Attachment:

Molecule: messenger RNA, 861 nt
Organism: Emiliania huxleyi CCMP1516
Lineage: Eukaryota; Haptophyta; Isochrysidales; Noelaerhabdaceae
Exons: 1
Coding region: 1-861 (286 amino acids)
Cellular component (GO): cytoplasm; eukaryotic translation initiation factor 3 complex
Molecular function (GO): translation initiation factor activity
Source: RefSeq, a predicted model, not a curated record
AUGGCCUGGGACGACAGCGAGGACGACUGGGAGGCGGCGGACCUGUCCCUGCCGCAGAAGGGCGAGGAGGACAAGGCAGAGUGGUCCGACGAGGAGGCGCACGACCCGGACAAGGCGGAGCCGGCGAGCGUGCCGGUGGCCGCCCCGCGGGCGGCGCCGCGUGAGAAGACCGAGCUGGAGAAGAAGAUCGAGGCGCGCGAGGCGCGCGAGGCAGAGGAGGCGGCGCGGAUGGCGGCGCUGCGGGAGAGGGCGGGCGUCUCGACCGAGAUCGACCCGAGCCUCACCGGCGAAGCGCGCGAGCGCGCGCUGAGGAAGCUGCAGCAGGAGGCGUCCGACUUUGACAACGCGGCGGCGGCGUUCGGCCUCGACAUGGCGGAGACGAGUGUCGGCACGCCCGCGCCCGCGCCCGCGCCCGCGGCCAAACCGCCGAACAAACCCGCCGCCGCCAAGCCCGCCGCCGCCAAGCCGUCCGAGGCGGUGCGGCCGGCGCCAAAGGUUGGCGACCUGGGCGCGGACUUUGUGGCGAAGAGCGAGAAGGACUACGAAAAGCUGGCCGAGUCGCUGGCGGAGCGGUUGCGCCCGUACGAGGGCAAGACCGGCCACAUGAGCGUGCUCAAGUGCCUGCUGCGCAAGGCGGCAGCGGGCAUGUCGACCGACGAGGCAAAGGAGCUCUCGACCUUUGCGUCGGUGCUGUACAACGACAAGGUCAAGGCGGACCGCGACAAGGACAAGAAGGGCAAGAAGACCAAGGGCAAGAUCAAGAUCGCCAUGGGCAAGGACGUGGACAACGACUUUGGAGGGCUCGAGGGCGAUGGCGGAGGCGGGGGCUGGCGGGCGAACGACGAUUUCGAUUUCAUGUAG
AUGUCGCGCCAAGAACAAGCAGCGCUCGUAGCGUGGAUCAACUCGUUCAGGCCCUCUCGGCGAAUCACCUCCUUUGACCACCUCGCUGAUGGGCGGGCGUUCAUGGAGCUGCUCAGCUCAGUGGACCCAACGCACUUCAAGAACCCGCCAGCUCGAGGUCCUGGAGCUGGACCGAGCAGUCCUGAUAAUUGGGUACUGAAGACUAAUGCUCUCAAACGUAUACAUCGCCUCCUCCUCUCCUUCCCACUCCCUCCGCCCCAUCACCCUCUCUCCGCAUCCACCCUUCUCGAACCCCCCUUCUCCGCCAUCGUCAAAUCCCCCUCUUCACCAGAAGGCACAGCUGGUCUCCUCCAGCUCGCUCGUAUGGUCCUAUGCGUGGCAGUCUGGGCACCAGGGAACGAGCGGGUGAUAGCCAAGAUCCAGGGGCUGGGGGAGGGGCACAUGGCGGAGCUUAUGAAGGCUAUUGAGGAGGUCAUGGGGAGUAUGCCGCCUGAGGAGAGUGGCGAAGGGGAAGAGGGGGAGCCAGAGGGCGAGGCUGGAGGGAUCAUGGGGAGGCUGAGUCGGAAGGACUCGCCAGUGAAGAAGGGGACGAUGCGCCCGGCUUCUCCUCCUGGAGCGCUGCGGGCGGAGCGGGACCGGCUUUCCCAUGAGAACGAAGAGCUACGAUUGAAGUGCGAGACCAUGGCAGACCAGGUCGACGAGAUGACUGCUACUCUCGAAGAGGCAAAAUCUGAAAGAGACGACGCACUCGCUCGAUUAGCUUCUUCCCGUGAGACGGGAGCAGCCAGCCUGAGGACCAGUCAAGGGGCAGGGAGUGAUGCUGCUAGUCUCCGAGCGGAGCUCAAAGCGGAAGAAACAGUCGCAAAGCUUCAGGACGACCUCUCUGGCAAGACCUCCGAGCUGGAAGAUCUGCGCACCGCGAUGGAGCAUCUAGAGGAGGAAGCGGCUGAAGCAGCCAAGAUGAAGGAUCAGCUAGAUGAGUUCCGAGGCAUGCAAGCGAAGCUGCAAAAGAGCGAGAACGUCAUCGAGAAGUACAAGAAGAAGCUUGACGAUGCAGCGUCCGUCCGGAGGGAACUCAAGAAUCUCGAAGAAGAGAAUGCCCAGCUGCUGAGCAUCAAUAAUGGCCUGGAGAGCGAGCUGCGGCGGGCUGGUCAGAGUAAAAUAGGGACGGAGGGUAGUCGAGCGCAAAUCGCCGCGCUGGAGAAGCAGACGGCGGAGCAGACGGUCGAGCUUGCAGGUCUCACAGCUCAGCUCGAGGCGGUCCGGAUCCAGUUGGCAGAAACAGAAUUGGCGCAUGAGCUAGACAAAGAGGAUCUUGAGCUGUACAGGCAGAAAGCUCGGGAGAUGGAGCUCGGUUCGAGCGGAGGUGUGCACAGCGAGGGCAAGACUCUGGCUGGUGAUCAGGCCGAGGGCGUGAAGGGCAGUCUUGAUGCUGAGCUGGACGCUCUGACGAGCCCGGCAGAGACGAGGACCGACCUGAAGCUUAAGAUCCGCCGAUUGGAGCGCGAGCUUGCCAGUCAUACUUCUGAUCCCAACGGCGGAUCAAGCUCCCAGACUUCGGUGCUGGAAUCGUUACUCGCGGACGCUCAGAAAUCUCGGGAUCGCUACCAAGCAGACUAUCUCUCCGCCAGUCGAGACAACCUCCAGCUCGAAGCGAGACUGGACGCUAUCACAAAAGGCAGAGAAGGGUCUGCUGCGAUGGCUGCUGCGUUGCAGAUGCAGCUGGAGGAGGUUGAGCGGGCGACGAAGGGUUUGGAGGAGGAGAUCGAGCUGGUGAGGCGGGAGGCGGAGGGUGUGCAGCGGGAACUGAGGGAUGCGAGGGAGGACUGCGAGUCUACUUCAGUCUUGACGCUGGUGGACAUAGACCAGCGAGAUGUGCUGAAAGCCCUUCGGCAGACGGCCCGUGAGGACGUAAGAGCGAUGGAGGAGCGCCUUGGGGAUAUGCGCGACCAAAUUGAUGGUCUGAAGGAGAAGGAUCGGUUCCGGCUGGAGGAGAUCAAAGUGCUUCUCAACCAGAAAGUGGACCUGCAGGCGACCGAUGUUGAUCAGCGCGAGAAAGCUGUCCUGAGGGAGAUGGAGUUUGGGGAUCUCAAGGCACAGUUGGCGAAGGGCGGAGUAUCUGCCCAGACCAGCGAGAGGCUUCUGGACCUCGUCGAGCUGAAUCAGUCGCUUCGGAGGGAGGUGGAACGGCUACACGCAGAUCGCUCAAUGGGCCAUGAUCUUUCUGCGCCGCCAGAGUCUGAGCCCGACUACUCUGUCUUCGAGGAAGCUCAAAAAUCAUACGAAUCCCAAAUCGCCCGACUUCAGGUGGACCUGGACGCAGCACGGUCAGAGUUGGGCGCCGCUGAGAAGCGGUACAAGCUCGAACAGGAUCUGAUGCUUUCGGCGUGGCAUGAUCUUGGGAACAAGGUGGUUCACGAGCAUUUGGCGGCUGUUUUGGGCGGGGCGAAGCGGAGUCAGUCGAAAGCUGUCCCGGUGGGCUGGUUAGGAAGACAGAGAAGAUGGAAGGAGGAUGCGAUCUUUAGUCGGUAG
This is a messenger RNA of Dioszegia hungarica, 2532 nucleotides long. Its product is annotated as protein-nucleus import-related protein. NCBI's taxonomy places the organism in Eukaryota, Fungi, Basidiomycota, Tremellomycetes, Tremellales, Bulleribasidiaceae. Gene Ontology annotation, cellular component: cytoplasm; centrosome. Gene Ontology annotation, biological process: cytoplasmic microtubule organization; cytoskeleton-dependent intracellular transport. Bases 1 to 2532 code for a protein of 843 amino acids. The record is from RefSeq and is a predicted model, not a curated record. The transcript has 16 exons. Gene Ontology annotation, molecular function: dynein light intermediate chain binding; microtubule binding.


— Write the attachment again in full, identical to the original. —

Molecule: messenger RNA, 861 nt
Organism: Emiliania huxleyi CCMP1516
Lineage: Eukaryota; Haptophyta; Isochrysidales; Noelaerhabdaceae
Exons: 1
Coding region: 1-861 (286 amino acids)
Cellular component (GO): cytoplasm; eukaryotic translation initiation factor 3 complex
Molecular function (GO): translation initiation factor activity
Source: RefSeq, a predicted model, not a curated record
AUGGCCUGGGACGACAGCGAGGACGACUGGGAGGCGGCGGACCUGUCCCUGCCGCAGAAGGGCGAGGAGGACAAGGCAGAGUGGUCCGACGAGGAGGCGCACGACCCGGACAAGGCGGAGCCGGCGAGCGUGCCGGUGGCCGCCCCGCGGGCGGCGCCGCGUGAGAAGACCGAGCUGGAGAAGAAGAUCGAGGCGCGCGAGGCGCGCGAGGCAGAGGAGGCGGCGCGGAUGGCGGCGCUGCGGGAGAGGGCGGGCGUCUCGACCGAGAUCGACCCGAGCCUCACCGGCGAAGCGCGCGAGCGCGCGCUGAGGAAGCUGCAGCAGGAGGCGUCCGACUUUGACAACGCGGCGGCGGCGUUCGGCCUCGACAUGGCGGAGACGAGUGUCGGCACGCCCGCGCCCGCGCCCGCGCCCGCGGCCAAACCGCCGAACAAACCCGCCGCCGCCAAGCCCGCCGCCGCCAAGCCGUCCGAGGCGGUGCGGCCGGCGCCAAAGGUUGGCGACCUGGGCGCGGACUUUGUGGCGAAGAGCGAGAAGGACUACGAAAAGCUGGCCGAGUCGCUGGCGGAGCGGUUGCGCCCGUACGAGGGCAAGACCGGCCACAUGAGCGUGCUCAAGUGCCUGCUGCGCAAGGCGGCAGCGGGCAUGUCGACCGACGAGGCAAAGGAGCUCUCGACCUUUGCGUCGGUGCUGUACAACGACAAGGUCAAGGCGGACCGCGACAAGGACAAGAAGGGCAAGAAGACCAAGGGCAAGAUCAAGAUCGCCAUGGGCAAGGACGUGGACAACGACUUUGGAGGGCUCGAGGGCGAUGGCGGAGGCGGGGGCUGGCGGGCGAACGACGAUUUCGAUUUCAUGUAG
AUGUCGCGCCAAGAACAAGCAGCGCUCGUAGCGUGGAUCAACUCGUUCAGGCCCUCUCGGCGAAUCACCUCCUUUGACCACCUCGCUGAUGGGCGGGCGUUCAUGGAGCUGCUCAGCUCAGUGGACCCAACGCACUUCAAGAACCCGCCAGCUCGAGGUCCUGGAGCUGGACCGAGCAGUCCUGAUAAUUGGGUACUGAAGACUAAUGCUCUCAAACGUAUACAUCGCCUCCUCCUCUCCUUCCCACUCCCUCCGCCCCAUCACCCUCUCUCCGCAUCCACCCUUCUCGAACCCCCCUUCUCCGCCAUCGUCAAAUCCCCCUCUUCACCAGAAGGCACAGCUGGUCUCCUCCAGCUCGCUCGUAUGGUCCUAUGCGUGGCAGUCUGGGCACCAGGGAACGAGCGGGUGAUAGCCAAGAUCCAGGGGCUGGGGGAGGGGCACAUGGCGGAGCUUAUGAAGGCUAUUGAGGAGGUCAUGGGGAGUAUGCCGCCUGAGGAGAGUGGCGAAGGGGAAGAGGGGGAGCCAGAGGGCGAGGCUGGAGGGAUCAUGGGGAGGCUGAGUCGGAAGGACUCGCCAGUGAAGAAGGGGACGAUGCGCCCGGCUUCUCCUCCUGGAGCGCUGCGGGCGGAGCGGGACCGGCUUUCCCAUGAGAACGAAGAGCUACGAUUGAAGUGCGAGACCAUGGCAGACCAGGUCGACGAGAUGACUGCUACUCUCGAAGAGGCAAAAUCUGAAAGAGACGACGCACUCGCUCGAUUAGCUUCUUCCCGUGAGACGGGAGCAGCCAGCCUGAGGACCAGUCAAGGGGCAGGGAGUGAUGCUGCUAGUCUCCGAGCGGAGCUCAAAGCGGAAGAAACAGUCGCAAAGCUUCAGGACGACCUCUCUGGCAAGACCUCCGAGCUGGAAGAUCUGCGCACCGCGAUGGAGCAUCUAGAGGAGGAAGCGGCUGAAGCAGCCAAGAUGAAGGAUCAGCUAGAUGAGUUCCGAGGCAUGCAAGCGAAGCUGCAAAAGAGCGAGAACGUCAUCGAGAAGUACAAGAAGAAGCUUGACGAUGCAGCGUCCGUCCGGAGGGAACUCAAGAAUCUCGAAGAAGAGAAUGCCCAGCUGCUGAGCAUCAAUAAUGGCCUGGAGAGCGAGCUGCGGCGGGCUGGUCAGAGUAAAAUAGGGACGGAGGGUAGUCGAGCGCAAAUCGCCGCGCUGGAGAAGCAGACGGCGGAGCAGACGGUCGAGCUUGCAGGUCUCACAGCUCAGCUCGAGGCGGUCCGGAUCCAGUUGGCAGAAACAGAAUUGGCGCAUGAGCUAGACAAAGAGGAUCUUGAGCUGUACAGGCAGAAAGCUCGGGAGAUGGAGCUCGGUUCGAGCGGAGGUGUGCACAGCGAGGGCAAGACUCUGGCUGGUGAUCAGGCCGAGGGCGUGAAGGGCAGUCUUGAUGCUGAGCUGGACGCUCUGACGAGCCCGGCAGAGACGAGGACCGACCUGAAGCUUAAGAUCCGCCGAUUGGAGCGCGAGCUUGCCAGUCAUACUUCUGAUCCCAACGGCGGAUCAAGCUCCCAGACUUCGGUGCUGGAAUCGUUACUCGCGGACGCUCAGAAAUCUCGGGAUCGCUACCAAGCAGACUAUCUCUCCGCCAGUCGAGACAACCUCCAGCUCGAAGCGAGACUGGACGCUAUCACAAAAGGCAGAGAAGGGUCUGCUGCGAUGGCUGCUGCGUUGCAGAUGCAGCUGGAGGAGGUUGAGCGGGCGACGAAGGGUUUGGAGGAGGAGAUCGAGCUGGUGAGGCGGGAGGCGGAGGGUGUGCAGCGGGAACUGAGGGAUGCGAGGGAGGACUGCGAGUCUACUUCAGUCUUGACGCUGGUGGACAUAGACCAGCGAGAUGUGCUGAAAGCCCUUCGGCAGACGGCCCGUGAGGACGUAAGAGCGAUGGAGGAGCGCCUUGGGGAUAUGCGCGACCAAAUUGAUGGUCUGAAGGAGAAGGAUCGGUUCCGGCUGGAGGAGAUCAAAGUGCUUCUCAACCAGAAAGUGGACCUGCAGGCGACCGAUGUUGAUCAGCGCGAGAAAGCUGUCCUGAGGGAGAUGGAGUUUGGGGAUCUCAAGGCACAGUUGGCGAAGGGCGGAGUAUCUGCCCAGACCAGCGAGAGGCUUCUGGACCUCGUCGAGCUGAAUCAGUCGCUUCGGAGGGAGGUGGAACGGCUACACGCAGAUCGCUCAAUGGGCCAUGAUCUUUCUGCGCCGCCAGAGUCUGAGCCCGACUACUCUGUCUUCGAGGAAGCUCAAAAAUCAUACGAAUCCCAAAUCGCCCGACUUCAGGUGGACCUGGACGCAGCACGGUCAGAGUUGGGCGCCGCUGAGAAGCGGUACAAGCUCGAACAGGAUCUGAUGCUUUCGGCGUGGCAUGAUCUUGGGAACAAGGUGGUUCACGAGCAUUUGGCGGCUGUUUUGGGCGGGGCGAAGCGGAGUCAGUCGAAAGCUGUCCCGGUGGGCUGGUUAGGAAGACAGAGAAGAUGGAAGGAGGAUGCGAUCUUUAGUCGGUAG
This is a messenger RNA of Dioszegia hungarica, 2532 nucleotides long. Its product is annotated as protein-nucleus import-related protein. NCBI's taxonomy places the organism in Eukaryota, Fungi, Basidiomycota, Tremellomycetes, Tremellales, Bulleribasidiaceae. Gene Ontology annotation, cellular component: cytoplasm; centrosome. Gene Ontology annotation, biological process: cytoplasmic microtubule organization; cytoskeleton-dependent intracellular transport. Bases 1 to 2532 code for a protein of 843 amino acids. The record is from RefSeq and is a predicted model, not a curated record. The transcript has 16 exons. Gene Ontology annotation, molecular function: dynein light intermediate chain binding; microtubule binding.